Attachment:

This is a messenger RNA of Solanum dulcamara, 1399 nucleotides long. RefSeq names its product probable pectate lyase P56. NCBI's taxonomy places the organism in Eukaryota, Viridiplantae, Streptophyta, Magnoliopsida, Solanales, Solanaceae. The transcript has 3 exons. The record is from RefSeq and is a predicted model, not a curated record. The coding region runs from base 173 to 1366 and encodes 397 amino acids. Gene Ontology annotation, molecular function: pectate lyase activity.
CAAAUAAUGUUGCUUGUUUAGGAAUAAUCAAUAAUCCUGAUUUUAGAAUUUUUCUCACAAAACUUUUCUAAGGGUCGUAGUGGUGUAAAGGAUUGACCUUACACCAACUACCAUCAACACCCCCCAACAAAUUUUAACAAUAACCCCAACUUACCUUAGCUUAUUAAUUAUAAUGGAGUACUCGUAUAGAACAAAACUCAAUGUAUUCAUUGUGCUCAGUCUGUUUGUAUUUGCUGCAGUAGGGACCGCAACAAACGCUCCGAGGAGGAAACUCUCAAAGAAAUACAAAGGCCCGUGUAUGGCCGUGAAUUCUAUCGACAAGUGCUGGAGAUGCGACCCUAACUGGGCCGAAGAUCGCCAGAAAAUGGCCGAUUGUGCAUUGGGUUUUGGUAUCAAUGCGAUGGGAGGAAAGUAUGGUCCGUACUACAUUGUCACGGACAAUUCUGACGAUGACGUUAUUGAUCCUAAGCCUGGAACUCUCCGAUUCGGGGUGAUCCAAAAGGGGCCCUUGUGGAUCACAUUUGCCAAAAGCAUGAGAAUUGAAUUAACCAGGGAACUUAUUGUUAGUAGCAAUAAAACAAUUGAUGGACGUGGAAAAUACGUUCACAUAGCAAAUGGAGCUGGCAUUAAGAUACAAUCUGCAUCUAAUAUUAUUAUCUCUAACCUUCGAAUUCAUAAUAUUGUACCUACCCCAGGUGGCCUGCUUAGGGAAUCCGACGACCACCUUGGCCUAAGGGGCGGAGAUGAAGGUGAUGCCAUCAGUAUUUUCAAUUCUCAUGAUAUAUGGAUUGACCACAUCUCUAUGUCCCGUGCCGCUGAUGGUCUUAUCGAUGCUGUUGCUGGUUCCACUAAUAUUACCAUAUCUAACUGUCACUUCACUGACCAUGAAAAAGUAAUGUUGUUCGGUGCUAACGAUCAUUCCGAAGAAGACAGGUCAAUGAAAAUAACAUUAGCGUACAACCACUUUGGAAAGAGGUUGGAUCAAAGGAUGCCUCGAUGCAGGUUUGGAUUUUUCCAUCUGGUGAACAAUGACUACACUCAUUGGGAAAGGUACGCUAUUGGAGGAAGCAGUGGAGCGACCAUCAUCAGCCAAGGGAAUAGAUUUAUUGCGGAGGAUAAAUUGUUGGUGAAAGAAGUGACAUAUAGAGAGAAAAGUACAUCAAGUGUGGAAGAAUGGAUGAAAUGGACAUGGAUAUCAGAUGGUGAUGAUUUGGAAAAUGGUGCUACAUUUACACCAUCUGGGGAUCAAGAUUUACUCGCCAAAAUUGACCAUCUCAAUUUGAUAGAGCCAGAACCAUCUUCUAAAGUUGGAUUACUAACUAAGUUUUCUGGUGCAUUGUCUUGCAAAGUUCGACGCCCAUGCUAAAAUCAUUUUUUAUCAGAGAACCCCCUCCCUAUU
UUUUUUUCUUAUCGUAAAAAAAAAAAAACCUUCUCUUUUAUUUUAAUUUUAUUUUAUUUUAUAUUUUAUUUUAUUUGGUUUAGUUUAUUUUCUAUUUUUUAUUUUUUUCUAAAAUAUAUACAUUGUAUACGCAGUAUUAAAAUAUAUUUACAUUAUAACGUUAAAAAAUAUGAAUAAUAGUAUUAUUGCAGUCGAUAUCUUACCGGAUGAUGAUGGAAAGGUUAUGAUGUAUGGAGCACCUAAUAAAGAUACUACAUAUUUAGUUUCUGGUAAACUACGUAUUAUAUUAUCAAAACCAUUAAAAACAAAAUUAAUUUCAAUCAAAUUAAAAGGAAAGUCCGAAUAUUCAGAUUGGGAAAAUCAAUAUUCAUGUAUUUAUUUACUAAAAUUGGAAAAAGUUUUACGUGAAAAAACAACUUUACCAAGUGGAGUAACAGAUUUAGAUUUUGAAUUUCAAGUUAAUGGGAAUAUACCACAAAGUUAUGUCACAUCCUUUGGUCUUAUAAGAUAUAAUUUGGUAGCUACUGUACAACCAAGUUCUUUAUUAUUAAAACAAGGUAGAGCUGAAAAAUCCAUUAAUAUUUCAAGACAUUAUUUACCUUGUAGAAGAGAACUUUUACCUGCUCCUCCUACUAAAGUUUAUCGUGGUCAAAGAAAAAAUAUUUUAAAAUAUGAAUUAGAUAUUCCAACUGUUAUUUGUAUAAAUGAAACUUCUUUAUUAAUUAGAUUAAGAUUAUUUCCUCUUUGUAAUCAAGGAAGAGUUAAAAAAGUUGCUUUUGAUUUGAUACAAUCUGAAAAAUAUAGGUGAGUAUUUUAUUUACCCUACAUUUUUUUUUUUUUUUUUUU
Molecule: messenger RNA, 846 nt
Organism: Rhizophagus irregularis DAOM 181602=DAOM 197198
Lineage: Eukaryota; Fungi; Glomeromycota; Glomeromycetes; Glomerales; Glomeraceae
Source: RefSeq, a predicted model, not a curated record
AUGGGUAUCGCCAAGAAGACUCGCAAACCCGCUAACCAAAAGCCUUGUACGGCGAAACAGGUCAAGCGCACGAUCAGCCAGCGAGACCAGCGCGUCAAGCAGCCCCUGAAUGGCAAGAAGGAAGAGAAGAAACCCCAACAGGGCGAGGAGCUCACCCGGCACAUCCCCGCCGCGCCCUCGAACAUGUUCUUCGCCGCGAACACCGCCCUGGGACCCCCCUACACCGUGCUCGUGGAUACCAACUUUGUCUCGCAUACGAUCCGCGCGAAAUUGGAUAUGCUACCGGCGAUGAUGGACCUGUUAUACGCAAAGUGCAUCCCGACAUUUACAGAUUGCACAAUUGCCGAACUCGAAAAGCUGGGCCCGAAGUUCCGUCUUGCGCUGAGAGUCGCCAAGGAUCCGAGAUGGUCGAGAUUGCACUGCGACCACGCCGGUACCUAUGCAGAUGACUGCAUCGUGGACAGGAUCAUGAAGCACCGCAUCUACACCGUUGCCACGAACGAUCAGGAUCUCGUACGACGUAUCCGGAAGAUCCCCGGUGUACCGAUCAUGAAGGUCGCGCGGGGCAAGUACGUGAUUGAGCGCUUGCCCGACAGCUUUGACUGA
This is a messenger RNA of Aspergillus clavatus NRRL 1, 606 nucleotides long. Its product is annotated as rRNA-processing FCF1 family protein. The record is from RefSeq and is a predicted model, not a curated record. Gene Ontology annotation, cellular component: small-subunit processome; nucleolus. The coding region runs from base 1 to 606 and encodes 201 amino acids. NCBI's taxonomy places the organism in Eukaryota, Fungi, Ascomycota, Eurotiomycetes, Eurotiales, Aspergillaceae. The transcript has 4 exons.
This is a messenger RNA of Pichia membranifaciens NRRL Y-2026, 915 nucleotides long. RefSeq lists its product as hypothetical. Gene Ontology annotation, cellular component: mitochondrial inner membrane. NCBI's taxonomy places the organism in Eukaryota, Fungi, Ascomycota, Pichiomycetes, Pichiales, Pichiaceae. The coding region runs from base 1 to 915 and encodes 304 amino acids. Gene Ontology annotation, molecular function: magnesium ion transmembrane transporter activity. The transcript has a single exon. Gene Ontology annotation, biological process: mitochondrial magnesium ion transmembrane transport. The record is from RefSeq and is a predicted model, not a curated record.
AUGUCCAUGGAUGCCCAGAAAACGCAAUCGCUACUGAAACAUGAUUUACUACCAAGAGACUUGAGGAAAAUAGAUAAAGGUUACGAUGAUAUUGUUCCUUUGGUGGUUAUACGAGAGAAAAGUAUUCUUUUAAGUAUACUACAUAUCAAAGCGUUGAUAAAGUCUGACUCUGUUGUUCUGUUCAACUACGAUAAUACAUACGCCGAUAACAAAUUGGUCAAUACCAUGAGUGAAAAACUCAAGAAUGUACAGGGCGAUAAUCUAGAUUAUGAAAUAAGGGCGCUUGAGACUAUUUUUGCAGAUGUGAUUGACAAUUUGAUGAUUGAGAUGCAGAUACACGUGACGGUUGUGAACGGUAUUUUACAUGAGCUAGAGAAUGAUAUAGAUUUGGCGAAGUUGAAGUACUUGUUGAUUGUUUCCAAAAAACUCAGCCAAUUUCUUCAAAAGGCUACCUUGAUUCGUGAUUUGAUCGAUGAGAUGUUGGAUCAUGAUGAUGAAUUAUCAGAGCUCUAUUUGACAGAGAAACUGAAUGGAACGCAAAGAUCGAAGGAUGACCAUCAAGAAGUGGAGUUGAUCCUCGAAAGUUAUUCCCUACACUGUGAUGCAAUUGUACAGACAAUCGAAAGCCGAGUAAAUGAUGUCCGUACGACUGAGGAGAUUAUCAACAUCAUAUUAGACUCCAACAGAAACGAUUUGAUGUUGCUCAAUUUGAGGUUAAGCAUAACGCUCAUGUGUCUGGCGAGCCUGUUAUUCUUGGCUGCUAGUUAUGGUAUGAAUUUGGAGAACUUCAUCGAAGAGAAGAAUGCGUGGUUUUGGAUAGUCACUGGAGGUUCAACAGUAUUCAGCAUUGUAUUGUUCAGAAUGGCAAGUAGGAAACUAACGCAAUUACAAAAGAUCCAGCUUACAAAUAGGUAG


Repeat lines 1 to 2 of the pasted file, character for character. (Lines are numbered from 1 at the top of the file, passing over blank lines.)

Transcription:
This is a messenger RNA of Solanum dulcamara, 1399 nucleotides long. RefSeq names its product probable pectate lyase P56. NCBI's taxonomy places the organism in Eukaryota, Viridiplantae, Streptophyta, Magnoliopsida, Solanales, Solanaceae. The transcript has 3 exons. The record is from RefSeq and is a predicted model, not a curated record. The coding region runs from base 173 to 1366 and encodes 397 amino acids. Gene Ontology annotation, molecular function: pectate lyase activity.
CAAAUAAUGUUGCUUGUUUAGGAAUAAUCAAUAAUCCUGAUUUUAGAAUUUUUCUCACAAAACUUUUCUAAGGGUCGUAGUGGUGUAAAGGAUUGACCUUACACCAACUACCAUCAACACCCCCCAACAAAUUUUAACAAUAACCCCAACUUACCUUAGCUUAUUAAUUAUAAUGGAGUACUCGUAUAGAACAAAACUCAAUGUAUUCAUUGUGCUCAGUCUGUUUGUAUUUGCUGCAGUAGGGACCGCAACAAACGCUCCGAGGAGGAAACUCUCAAAGAAAUACAAAGGCCCGUGUAUGGCCGUGAAUUCUAUCGACAAGUGCUGGAGAUGCGACCCUAACUGGGCCGAAGAUCGCCAGAAAAUGGCCGAUUGUGCAUUGGGUUUUGGUAUCAAUGCGAUGGGAGGAAAGUAUGGUCCGUACUACAUUGUCACGGACAAUUCUGACGAUGACGUUAUUGAUCCUAAGCCUGGAACUCUCCGAUUCGGGGUGAUCCAAAAGGGGCCCUUGUGGAUCACAUUUGCCAAAAGCAUGAGAAUUGAAUUAACCAGGGAACUUAUUGUUAGUAGCAAUAAAACAAUUGAUGGACGUGGAAAAUACGUUCACAUAGCAAAUGGAGCUGGCAUUAAGAUACAAUCUGCAUCUAAUAUUAUUAUCUCUAACCUUCGAAUUCAUAAUAUUGUACCUACCCCAGGUGGCCUGCUUAGGGAAUCCGACGACCACCUUGGCCUAAGGGGCGGAGAUGAAGGUGAUGCCAUCAGUAUUUUCAAUUCUCAUGAUAUAUGGAUUGACCACAUCUCUAUGUCCCGUGCCGCUGAUGGUCUUAUCGAUGCUGUUGCUGGUUCCACUAAUAUUACCAUAUCUAACUGUCACUUCACUGACCAUGAAAAAGUAAUGUUGUUCGGUGCUAACGAUCAUUCCGAAGAAGACAGGUCAAUGAAAAUAACAUUAGCGUACAACCACUUUGGAAAGAGGUUGGAUCAAAGGAUGCCUCGAUGCAGGUUUGGAUUUUUCCAUCUGGUGAACAAUGACUACACUCAUUGGGAAAGGUACGCUAUUGGAGGAAGCAGUGGAGCGACCAUCAUCAGCCAAGGGAAUAGAUUUAUUGCGGAGGAUAAAUUGUUGGUGAAAGAAGUGACAUAUAGAGAGAAAAGUACAUCAAGUGUGGAAGAAUGGAUGAAAUGGACAUGGAUAUCAGAUGGUGAUGAUUUGGAAAAUGGUGCUACAUUUACACCAUCUGGGGAUCAAGAUUUACUCGCCAAAAUUGACCAUCUCAAUUUGAUAGAGCCAGAACCAUCUUCUAAAGUUGGAUUACUAACUAAGUUUUCUGGUGCAUUGUCUUGCAAAGUUCGACGCCCAUGCUAAAAUCAUUUUUUAUCAGAGAACCCCCUCCCUAUU